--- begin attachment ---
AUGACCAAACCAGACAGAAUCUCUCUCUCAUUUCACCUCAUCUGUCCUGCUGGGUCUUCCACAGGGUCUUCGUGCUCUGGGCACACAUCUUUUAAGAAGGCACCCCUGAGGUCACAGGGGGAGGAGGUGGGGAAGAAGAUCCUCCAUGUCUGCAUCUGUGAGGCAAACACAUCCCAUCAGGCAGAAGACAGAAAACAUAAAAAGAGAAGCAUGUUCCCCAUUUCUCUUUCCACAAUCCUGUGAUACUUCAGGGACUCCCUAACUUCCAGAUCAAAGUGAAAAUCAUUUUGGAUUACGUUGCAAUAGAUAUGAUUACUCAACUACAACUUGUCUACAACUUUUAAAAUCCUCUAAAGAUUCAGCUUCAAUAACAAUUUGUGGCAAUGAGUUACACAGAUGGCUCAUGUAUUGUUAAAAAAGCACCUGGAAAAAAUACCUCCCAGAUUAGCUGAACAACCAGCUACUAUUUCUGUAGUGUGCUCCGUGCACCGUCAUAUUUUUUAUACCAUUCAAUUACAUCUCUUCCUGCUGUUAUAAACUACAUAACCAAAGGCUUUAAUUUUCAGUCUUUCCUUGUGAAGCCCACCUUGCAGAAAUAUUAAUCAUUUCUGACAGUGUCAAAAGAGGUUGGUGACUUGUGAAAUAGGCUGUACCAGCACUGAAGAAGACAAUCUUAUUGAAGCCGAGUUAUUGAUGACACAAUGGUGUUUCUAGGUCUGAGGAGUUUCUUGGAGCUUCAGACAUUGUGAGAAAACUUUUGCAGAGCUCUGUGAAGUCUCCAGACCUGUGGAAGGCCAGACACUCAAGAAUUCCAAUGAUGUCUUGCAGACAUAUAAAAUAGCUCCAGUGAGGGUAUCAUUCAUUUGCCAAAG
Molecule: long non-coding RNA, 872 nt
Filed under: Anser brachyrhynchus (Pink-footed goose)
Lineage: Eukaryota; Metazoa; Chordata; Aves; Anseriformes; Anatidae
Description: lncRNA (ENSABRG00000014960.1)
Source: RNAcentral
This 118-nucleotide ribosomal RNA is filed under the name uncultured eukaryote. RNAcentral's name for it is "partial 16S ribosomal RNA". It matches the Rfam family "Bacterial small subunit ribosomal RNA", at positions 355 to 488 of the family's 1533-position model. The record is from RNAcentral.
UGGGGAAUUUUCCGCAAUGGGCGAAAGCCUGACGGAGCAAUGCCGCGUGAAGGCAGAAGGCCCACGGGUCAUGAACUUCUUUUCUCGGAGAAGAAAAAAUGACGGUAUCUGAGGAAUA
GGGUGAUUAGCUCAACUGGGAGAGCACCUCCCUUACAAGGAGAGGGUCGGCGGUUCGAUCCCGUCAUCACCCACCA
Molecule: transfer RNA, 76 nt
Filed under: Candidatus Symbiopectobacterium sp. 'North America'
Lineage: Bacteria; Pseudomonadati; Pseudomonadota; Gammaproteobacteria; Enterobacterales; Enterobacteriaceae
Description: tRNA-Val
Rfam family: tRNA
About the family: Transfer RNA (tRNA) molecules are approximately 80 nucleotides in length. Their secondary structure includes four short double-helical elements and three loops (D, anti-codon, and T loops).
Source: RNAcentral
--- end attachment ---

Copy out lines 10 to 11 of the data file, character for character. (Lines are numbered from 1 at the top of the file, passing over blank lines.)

Molecule: transfer RNA, 76 nt
Filed under: Candidatus Symbiopectobacterium sp. 'North America'